Inspirational / Lifestyle / Over 50

The Seven Deadly Sins for Seniors: Sloth by Bob Ritzema

Bill Storie and Robin Trimingham are the co-founders of The Olderhood Group – an online retirement learning environment with over 70,000 global followers. In 2013 they launched a retirement planning blog which focuses on the issues related to the transition from the workplace to a... Read More

The Seven Deadly Sins for Seniors: Sloth by Bob Ritzema

This is the third post in a series about the seven deadly sins.  I have been reading and discussing with a church men’s group a book on the topic, Glittering Vices: A New Look at the Seven Deadly Sins and Their Remedies by the philosopher Rebecca Konyndyk DeYoung.  The “capital vices” were first described by the Desert Fathers and were seen as source vices from which a multitude of other vices spring. As an older adult, I’m particularly concerned with how these harmful thoughts and inclinations occur among those of us past midlife. I’ve written already about two of the vices, envy and vainglory. This post is about sloth.

The term ‘sloth’ evokes associations with laziness and indolence, but this isn’t primarily what the term meant to the Desert Fathers. A better term for this condition is “acedia,” whose literal meaning is “lack of care.” What the slothful one fails to care about is his or her spiritual calling and the practices related to that calling. Thus, in Evagrius of Pontus’ fourth-century description, acedia is the “noonday demon” that comes as the monk prays:

“He attacks the monk about the fourth hour [vis. 10 a.m.] and besieges his soul until the eighth hour [2 p.m.]. First of all, he makes it appear that the sun moves slowly or not at all, and that the day seems to be fifty hours long. Then he compels the monk to look constantly toward the windows, to jump out of the cell, to watch the sun…. And further, he instills in him a dislike for the place and for his state of life itself, for manual labour, and also the idea that love has disappeared from among the brothers and there is no one to console him.” (quoted by DeYoung)

In essence, the slothful person is resistant to those practices that shape one’s identity as a follower of Christ. He or she tries to find fulfillment in some other way. That other way may entail industry or indolence–in either case, the person is running from God’s transforming love. We run, then, whether we take the way of escape or that of resignation. If there seems some way to avoid the despair of the human condition, the person will devote herself to that escape strategy; if despair seems unavoidable, he becomes resigned and apathetic. In either case, habitually avoiding God’s love results in a coldness of heart and inability to love others.

So how does sloth manifest itself in older adults?

In her book Acedia And Me, Kathleen Norris suggests that acedia becomes a particular temptation in midlife. For her, it is “not only the demon that lobs an assault at midday, but also the bad thought that afflicts us in the middle of life.” She cites Evagrius to the effect that, “while young monks contend with lust, or the impulse to pull others toward them, the middle-aged have to fight the desire to push others away.” They are “tempted to grow angry and resentful over experience thwarted or denied.”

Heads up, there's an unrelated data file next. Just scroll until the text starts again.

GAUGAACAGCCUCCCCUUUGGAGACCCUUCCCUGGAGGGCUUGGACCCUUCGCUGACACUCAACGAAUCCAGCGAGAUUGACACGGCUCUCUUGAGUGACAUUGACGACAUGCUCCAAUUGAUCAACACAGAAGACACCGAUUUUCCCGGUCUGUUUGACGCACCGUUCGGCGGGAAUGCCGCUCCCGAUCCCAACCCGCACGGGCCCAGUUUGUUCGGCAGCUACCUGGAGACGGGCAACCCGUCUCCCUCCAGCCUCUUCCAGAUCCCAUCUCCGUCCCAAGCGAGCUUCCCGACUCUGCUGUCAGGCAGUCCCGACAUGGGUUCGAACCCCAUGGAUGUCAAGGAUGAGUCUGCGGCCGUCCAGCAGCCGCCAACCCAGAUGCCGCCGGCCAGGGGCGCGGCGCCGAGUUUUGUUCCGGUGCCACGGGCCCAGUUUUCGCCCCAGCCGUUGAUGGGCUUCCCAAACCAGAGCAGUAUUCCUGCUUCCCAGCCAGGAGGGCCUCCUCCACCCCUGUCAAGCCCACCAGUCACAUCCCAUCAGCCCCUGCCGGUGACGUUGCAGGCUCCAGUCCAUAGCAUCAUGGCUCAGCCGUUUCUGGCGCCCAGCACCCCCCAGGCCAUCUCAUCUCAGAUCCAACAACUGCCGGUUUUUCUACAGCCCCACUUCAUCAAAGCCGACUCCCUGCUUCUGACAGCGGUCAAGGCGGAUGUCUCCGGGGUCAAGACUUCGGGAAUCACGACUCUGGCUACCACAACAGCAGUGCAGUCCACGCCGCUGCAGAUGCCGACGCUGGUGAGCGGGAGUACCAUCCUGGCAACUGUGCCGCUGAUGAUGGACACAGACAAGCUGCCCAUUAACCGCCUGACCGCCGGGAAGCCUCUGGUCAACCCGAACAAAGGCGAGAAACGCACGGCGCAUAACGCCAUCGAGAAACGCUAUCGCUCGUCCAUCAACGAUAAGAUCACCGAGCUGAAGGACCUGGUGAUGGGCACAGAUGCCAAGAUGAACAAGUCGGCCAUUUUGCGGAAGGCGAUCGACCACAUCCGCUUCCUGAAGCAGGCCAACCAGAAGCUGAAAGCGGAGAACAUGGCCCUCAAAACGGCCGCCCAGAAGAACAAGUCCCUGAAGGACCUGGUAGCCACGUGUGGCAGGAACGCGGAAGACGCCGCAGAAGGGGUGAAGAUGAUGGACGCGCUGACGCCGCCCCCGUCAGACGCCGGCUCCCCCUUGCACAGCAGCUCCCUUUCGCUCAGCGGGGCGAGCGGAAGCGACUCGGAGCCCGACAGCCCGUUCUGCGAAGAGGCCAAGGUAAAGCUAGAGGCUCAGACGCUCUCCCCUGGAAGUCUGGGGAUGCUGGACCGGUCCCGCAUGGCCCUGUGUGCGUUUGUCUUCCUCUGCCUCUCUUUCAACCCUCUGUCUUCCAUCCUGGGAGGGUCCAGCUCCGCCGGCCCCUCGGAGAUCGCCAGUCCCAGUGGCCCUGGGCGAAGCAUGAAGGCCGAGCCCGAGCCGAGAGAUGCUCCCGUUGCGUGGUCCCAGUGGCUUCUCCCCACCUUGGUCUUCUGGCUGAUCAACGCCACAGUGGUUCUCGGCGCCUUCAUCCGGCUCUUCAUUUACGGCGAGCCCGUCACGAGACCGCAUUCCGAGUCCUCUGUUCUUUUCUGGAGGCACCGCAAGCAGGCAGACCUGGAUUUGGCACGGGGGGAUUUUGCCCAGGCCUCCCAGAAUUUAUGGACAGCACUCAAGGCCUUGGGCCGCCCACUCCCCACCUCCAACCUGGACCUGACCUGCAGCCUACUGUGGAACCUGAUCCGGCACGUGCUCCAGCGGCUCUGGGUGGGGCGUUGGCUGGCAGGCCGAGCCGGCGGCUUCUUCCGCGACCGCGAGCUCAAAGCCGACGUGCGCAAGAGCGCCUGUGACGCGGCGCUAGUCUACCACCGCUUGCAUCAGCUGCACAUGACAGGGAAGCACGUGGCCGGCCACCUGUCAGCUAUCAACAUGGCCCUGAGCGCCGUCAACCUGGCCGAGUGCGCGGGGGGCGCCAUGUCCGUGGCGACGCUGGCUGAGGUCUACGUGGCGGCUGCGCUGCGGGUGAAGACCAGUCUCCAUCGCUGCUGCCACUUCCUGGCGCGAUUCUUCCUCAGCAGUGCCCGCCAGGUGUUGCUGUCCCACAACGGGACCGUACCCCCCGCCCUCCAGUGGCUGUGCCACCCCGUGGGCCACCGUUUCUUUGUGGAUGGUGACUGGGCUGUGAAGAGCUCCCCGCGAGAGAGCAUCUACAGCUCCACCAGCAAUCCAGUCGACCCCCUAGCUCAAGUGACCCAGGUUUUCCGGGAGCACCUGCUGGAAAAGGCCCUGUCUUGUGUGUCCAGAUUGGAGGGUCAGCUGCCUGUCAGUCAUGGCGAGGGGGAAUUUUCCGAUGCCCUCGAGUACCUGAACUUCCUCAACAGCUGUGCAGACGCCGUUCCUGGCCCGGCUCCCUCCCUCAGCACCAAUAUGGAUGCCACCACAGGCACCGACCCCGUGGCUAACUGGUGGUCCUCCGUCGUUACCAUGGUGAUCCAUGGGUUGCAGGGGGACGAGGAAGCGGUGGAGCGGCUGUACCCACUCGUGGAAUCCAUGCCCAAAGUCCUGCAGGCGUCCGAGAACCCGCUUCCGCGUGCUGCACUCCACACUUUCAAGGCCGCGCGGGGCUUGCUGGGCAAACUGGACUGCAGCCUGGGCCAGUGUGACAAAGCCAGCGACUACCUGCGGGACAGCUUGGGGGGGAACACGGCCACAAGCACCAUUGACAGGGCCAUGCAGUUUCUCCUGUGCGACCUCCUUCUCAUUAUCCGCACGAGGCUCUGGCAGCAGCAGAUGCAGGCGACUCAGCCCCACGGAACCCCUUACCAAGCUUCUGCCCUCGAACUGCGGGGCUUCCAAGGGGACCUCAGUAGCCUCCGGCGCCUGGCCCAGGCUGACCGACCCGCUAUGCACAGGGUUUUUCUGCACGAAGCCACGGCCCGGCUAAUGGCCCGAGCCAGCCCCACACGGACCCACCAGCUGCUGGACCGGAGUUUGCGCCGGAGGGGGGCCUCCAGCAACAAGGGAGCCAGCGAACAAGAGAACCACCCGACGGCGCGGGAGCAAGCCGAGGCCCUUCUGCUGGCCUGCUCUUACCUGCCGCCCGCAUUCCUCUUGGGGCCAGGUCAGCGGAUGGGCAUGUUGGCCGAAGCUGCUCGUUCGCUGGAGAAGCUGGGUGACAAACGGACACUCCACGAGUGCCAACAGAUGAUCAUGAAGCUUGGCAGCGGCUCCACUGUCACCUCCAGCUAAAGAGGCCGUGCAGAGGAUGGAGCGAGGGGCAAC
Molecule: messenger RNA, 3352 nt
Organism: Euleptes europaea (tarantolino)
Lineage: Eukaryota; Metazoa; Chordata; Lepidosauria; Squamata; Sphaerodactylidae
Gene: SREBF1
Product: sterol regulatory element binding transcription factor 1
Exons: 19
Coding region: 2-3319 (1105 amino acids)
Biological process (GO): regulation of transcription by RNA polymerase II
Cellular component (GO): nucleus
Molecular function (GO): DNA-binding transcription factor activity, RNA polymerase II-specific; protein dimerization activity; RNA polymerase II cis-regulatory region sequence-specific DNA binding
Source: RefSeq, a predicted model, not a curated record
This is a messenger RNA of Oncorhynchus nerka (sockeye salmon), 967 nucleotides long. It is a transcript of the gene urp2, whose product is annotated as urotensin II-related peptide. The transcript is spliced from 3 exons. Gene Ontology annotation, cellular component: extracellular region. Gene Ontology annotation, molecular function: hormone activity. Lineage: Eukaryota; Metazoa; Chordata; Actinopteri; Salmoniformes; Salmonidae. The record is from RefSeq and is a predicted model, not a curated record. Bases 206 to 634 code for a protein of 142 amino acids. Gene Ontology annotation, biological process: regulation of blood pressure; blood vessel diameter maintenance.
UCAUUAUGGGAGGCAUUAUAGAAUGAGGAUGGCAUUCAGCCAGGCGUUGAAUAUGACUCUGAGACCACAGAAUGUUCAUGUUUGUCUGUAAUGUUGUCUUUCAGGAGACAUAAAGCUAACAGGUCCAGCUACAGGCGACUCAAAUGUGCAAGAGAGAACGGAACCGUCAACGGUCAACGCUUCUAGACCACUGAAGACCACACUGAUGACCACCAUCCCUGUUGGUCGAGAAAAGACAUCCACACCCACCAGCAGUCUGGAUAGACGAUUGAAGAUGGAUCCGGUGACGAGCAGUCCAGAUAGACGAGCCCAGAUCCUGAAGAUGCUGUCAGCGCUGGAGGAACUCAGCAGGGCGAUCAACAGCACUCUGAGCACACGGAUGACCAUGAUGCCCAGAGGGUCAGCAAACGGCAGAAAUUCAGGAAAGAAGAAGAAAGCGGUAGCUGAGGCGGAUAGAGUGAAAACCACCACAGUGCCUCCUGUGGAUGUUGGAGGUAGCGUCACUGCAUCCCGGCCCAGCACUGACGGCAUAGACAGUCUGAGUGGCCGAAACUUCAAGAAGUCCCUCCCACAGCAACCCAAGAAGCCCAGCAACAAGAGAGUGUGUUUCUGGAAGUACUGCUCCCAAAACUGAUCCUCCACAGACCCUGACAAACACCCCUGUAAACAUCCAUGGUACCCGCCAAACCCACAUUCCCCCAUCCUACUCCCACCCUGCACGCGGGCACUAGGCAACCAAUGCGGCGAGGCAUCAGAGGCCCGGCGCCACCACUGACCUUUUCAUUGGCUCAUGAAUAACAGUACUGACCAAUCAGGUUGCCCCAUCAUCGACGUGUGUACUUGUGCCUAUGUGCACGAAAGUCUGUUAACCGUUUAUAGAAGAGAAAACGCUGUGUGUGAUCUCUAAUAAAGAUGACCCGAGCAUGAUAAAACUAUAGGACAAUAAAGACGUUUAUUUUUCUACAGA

This reminds me of a phrase by the priest Ronald Rolheiser in his book The Holy Longing. He believes that in the second half of life, one of our main tasks is to grieve our losses, among them our “radical inconsummation.” All those things that we had hoped to do or be that now seem impossible can lead us to anger and resentment, and eventually to weariness and apathy–in other words, to the resigned, indifferent form of acedia. Having failed to become the persons we had hoped to be, we refuse to become the persons God would make us into, if only we would let him.

Not every slothful older adult takes the path of resignation or apathy. Perhaps the path of escape is best seen in those who move to senior communities designed specifically to provide endless amusements. The temptation there is to don the false self of the perpetual adolescent for whom life has become nothing but play. I suspect the greater danger for most of us is apathetic resignation, though. Norris quotes a snippet from Evagrius about the temptation to an acedia “that sets before [my] eyes a lengthy period of old age, a bitter penury that goes unrelieved, and illnesses capable of killing the body.” Think about those things enough and any of us might despair!

How can we resist the temptation to sloth?

DeYoung recommends “steady commitment and daily discipline, even when we don’t feel like it.” Norris says acedia involves a refusal of repetition; the antidote, then, is to accept the highly repetitive nature of daily life, be that in the physical acts of feeding and cleaning and dressing ourselves, the interpersonal acts of conversation and touch, or the spiritual acts of prayer and meditation.

Norris gives her “best weapon against despair,” a verse from Psalm 27: “I am sure I shall see the Lord’s goodness/ in the land of the living.” I found that verse (no, it found me) twenty-five years ago when my life was on a shaky footing, and I can testify to its power. God’s goodness is a present reality, and reflecting on that goodness strengthens me against the temptation of sloth.

By Bob Ritzema